Spanish for the Inner Gringo: New learning channel!

I recently launched a new learning channel, Spanish for the Inner Gringo ! It aims to help you polish up (squeak) your Spanish accent and grammar so that you sound more like a native, and less like a Hawaiian-shirt-wearing, camera-laden tourist.

The videos are short (only two-minutes!) and I will be releasing one video every few weeks. The AV is sub-par, so you’re bound to get some laughs too. Subscribe to the channel and sign up for updates so you won’t miss a single video.

Table of Contents

Motivation behind Spanish for the Inner Gringo

I’m working on producing some instructional tech videos for Udemy and Pluralsight. Spanish for the Inner Gringo was conceived primarily as an experimental public service channel to help me work out the kinks in my A/V setup and process.

That said, if you’re a knowledge worker, people are paying you to be… (wait for it) knowledgeable. People judge your intelligence based on your ability to communicate and clearly express your ideas. You could be a rocket scientist of the first order, but when no one understands you, they tend to write you off.

Effective communication is hard enough in our native tongue; when we jump ship to another language like Spanish, that difficulty increases by orders of magnitude. Even after reaching a level of fluency, we often struggle with minor to major mistakes in our pronunciation, word choice, grammar, and speech patterns. Spanish for the Inner Gringo helps intermediate to fluent Spanish speakers correct the mistakes they didn’t know they were making.

As languages go, Spanish is supposed to be one of the “easier” ones for native English speakers to pick up. It has a similar alphabet, some similar words, and the grammar is fairly consistent. But that’s where the “ease” ends.

All languages are really hard to learn

Early on I realized that once you’ve mastered the essential mechanics of a language, they’re all incredibly hard. Why?

Accents are hard

For example, achieving a native equivalent accent is almost impossible, as we’re “hardwired” from infancy with the limited set of phonemes provided by our native tongue. It’s possible to learn new sounds and their combinations, but it’s an uphill battle requiring countless hours of focused practice.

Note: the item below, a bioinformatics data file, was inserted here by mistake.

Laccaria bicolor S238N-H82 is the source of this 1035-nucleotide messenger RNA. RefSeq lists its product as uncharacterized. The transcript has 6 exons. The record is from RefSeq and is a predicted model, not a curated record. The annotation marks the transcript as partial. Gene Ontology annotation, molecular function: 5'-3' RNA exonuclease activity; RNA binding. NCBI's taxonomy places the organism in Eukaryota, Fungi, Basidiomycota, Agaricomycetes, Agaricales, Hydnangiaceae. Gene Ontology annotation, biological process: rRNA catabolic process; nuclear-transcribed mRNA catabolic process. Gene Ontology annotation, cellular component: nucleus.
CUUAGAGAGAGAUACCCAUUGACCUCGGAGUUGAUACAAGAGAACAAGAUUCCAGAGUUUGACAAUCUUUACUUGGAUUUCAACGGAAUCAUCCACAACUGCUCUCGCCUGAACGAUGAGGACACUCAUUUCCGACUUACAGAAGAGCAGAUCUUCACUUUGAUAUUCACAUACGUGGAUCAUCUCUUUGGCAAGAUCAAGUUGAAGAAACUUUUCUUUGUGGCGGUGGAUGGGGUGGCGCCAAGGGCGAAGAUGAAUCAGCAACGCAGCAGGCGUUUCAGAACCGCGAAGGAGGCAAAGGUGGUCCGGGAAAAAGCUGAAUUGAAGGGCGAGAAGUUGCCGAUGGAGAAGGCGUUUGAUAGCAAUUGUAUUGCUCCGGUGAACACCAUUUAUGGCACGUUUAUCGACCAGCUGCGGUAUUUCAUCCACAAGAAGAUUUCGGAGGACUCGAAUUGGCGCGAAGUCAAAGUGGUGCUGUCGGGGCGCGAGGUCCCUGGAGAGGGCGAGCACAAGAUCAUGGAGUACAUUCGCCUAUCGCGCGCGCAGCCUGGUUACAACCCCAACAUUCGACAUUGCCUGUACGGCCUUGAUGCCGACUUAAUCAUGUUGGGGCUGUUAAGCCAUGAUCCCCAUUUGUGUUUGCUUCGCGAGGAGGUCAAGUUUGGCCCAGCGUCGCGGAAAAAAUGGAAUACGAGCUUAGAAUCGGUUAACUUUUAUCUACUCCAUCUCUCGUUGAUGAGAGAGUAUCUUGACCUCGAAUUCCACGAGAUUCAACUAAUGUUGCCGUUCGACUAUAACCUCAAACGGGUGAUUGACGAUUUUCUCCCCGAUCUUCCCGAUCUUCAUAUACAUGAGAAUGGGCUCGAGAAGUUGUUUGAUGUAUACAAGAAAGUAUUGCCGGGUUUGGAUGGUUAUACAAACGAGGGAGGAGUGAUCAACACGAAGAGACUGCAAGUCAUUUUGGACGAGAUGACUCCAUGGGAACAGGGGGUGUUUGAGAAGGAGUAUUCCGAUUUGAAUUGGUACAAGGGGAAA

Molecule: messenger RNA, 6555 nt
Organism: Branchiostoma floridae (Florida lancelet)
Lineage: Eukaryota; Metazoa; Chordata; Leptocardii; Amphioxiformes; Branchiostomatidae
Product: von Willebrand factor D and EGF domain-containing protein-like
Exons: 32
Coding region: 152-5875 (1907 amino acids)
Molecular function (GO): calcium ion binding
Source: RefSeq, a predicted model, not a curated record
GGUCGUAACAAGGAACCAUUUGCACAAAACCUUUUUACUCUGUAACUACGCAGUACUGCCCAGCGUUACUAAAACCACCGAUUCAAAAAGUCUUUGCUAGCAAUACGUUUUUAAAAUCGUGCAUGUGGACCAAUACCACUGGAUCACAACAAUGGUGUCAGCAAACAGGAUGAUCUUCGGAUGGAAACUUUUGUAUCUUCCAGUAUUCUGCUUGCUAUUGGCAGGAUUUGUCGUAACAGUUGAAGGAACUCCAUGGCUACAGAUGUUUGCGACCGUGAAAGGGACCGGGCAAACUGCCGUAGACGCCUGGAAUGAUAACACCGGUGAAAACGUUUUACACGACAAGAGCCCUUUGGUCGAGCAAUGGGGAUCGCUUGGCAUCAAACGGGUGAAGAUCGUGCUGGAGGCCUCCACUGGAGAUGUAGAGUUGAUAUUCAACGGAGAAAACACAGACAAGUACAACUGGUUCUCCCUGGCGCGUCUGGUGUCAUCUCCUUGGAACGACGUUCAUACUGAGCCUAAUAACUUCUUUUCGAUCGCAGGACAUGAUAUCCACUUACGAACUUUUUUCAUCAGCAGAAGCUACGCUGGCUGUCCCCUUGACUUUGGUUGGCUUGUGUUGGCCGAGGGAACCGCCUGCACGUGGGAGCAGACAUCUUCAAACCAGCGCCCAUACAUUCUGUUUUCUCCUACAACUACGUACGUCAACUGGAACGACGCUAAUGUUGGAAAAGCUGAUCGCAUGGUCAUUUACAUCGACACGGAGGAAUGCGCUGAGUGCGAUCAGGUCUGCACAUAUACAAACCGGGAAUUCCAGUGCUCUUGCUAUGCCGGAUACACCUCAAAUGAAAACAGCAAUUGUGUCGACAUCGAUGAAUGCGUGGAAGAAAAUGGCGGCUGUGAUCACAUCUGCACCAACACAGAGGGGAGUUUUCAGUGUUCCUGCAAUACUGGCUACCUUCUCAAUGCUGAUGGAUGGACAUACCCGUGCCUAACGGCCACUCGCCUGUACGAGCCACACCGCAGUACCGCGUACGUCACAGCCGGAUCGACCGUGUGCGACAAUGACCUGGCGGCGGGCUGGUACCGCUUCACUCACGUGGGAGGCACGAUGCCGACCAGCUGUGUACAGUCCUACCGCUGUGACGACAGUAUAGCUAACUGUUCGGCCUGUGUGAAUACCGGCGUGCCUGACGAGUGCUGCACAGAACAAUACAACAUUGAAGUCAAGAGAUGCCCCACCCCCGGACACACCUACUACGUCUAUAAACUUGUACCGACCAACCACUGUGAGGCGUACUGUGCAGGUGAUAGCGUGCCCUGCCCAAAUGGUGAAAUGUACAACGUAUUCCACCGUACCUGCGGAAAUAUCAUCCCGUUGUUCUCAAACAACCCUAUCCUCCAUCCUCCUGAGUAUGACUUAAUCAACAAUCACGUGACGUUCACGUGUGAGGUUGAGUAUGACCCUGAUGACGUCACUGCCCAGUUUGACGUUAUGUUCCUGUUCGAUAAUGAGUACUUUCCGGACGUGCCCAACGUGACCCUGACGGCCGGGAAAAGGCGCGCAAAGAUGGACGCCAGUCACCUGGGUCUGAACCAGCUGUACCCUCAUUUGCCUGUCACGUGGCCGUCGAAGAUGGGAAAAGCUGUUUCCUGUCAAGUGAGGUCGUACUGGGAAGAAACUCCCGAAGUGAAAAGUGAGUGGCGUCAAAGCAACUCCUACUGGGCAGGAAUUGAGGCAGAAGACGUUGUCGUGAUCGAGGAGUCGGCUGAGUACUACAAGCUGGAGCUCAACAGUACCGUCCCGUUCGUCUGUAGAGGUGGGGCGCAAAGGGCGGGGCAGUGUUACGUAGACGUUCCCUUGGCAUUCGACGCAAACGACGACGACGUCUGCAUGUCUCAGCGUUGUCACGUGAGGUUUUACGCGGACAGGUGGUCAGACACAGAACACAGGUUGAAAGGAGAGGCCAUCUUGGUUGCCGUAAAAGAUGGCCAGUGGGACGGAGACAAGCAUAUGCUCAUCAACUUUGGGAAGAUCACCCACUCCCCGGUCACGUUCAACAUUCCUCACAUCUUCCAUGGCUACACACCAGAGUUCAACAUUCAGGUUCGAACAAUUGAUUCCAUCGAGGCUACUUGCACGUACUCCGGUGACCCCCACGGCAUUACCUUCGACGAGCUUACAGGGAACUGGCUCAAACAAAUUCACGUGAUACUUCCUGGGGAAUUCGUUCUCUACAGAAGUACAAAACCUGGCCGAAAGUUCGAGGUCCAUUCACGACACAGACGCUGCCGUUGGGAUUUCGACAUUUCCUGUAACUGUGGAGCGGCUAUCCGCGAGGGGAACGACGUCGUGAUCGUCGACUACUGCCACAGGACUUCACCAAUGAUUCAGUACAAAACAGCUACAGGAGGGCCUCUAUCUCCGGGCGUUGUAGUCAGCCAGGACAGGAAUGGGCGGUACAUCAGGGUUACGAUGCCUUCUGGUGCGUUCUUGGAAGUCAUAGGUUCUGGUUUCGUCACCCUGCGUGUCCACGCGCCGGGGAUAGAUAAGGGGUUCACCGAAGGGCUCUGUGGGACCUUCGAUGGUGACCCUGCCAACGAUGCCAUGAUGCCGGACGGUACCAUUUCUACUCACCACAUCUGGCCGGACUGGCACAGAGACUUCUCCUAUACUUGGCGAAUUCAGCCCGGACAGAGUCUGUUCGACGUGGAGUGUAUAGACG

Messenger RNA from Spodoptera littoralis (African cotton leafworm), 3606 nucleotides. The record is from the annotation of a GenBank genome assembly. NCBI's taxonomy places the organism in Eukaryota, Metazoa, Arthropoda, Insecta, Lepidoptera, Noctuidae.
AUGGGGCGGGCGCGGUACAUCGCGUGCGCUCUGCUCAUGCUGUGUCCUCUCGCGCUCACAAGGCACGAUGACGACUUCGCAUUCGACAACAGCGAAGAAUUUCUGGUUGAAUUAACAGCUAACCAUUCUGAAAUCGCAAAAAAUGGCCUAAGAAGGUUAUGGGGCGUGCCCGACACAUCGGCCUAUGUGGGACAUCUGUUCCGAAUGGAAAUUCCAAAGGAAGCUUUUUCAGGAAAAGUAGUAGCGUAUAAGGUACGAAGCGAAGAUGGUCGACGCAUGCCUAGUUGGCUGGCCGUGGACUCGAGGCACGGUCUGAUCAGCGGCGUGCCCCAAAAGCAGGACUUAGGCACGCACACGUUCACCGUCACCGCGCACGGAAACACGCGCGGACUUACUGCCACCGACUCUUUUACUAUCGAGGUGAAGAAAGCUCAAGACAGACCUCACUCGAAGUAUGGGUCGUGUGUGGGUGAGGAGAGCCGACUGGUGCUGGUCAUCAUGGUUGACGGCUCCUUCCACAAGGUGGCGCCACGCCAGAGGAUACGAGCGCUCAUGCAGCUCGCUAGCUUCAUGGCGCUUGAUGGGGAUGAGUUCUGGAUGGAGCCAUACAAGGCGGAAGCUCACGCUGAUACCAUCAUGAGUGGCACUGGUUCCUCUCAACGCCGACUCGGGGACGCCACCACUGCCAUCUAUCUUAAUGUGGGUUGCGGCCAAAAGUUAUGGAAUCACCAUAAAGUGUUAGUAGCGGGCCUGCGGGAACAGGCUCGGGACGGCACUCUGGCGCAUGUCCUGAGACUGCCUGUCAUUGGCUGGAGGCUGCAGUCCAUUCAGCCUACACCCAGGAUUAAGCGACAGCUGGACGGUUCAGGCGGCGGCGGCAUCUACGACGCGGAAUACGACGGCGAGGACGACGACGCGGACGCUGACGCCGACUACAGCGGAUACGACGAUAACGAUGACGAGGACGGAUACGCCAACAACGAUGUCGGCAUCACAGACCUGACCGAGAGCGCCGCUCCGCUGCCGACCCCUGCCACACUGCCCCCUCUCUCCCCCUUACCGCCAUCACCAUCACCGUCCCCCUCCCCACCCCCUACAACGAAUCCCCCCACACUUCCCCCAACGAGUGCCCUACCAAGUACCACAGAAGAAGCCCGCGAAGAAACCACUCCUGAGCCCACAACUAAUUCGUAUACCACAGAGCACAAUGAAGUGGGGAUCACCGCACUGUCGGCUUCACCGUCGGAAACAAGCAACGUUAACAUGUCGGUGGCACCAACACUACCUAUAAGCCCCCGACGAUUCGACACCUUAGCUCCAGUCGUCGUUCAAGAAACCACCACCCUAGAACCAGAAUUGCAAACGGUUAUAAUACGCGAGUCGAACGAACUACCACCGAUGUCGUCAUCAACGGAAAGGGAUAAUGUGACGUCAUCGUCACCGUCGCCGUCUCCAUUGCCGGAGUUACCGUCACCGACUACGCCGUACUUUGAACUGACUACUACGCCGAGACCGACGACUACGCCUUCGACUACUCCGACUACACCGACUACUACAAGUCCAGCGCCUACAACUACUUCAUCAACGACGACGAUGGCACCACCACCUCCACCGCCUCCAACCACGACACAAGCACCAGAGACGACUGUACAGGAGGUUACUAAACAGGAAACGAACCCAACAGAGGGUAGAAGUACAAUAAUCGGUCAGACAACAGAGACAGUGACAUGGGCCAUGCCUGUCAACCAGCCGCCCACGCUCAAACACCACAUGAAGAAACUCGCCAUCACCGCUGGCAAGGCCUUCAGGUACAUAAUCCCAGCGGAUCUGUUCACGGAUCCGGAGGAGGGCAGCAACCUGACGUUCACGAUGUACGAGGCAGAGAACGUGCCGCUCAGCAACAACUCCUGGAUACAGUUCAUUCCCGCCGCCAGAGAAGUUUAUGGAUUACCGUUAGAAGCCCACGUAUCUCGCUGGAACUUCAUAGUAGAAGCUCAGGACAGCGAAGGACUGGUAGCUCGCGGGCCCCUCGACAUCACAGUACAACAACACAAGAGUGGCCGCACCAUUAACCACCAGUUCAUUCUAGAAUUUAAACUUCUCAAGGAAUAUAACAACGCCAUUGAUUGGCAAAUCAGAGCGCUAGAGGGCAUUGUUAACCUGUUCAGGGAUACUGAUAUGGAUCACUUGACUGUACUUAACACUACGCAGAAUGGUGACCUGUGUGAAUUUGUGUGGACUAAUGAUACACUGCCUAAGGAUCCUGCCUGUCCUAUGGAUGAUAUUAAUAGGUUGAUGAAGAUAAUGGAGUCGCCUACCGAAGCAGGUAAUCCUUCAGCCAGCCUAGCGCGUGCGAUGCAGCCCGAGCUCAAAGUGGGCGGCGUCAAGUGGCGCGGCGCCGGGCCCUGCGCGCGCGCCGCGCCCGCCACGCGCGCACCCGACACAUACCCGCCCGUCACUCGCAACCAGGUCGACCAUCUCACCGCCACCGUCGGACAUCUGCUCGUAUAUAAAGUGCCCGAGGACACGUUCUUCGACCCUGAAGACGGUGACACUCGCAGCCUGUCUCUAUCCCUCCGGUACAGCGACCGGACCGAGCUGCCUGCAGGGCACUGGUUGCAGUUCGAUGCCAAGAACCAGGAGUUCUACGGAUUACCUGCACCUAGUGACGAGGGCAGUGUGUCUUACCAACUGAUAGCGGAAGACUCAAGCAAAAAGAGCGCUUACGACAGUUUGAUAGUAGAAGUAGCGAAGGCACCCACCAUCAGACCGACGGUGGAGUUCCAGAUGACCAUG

Speech patterns are basically arbitrary

The same goes for native level speech patterns. Have you ever asked someone, “Is it okay if I say it like this?: Words, words, words.” Squinting their eyes bashfully, they respond, “Yeah… you can say it like that, but it sounds kinda funny. We usually say it like this: Different words, words words.” If grammar is like the syntax of a programming language, speech patterns are like a super complex and capricious style guide.

If grammar is like the syntax of a programming language, speech patterns are like a super complex and capricious style guide.

I’ve had a lot of help learning Spanish. Now I’m paying it forward.

Me and Spanish go way back. As I’ve struggled with the intricacies of Spanish over the years, many people have helped me along the way. I’ve picked up some tips and tricks that have helped me communicate a little better with the natives. It’s my hope that this new learning channel will provide you with a shortcut in your path to a more polished Spanish.

Why is your AV so bad?

I’m no perfectionist, but the quality of these videos hasn’t crossed the threshold of acceptability. I lack quality audio/video equipment. You’ll notice that the lighting in particular is a little sketchy. I hope to pick up a cheap greenscreen/lighting kit that will propel the video quality across that subjective quality finish line. Additionally, I need to spend some time tweaking my sound levels, or experiment with adding a compressor.

I have a Spanish pronunciation pet peeve. Can you make a video on it?

Maybe. Leave a comment below and I’ll consider it. I may drop support for comments from this blog when I move from WordPress to a static site, so if you don’t see a way to comment down there, send me a tweet @tygertec .

Ty Walls
Digital Construction Worker

Ty Walls is a software engineer in love with creating, learning, and teaching.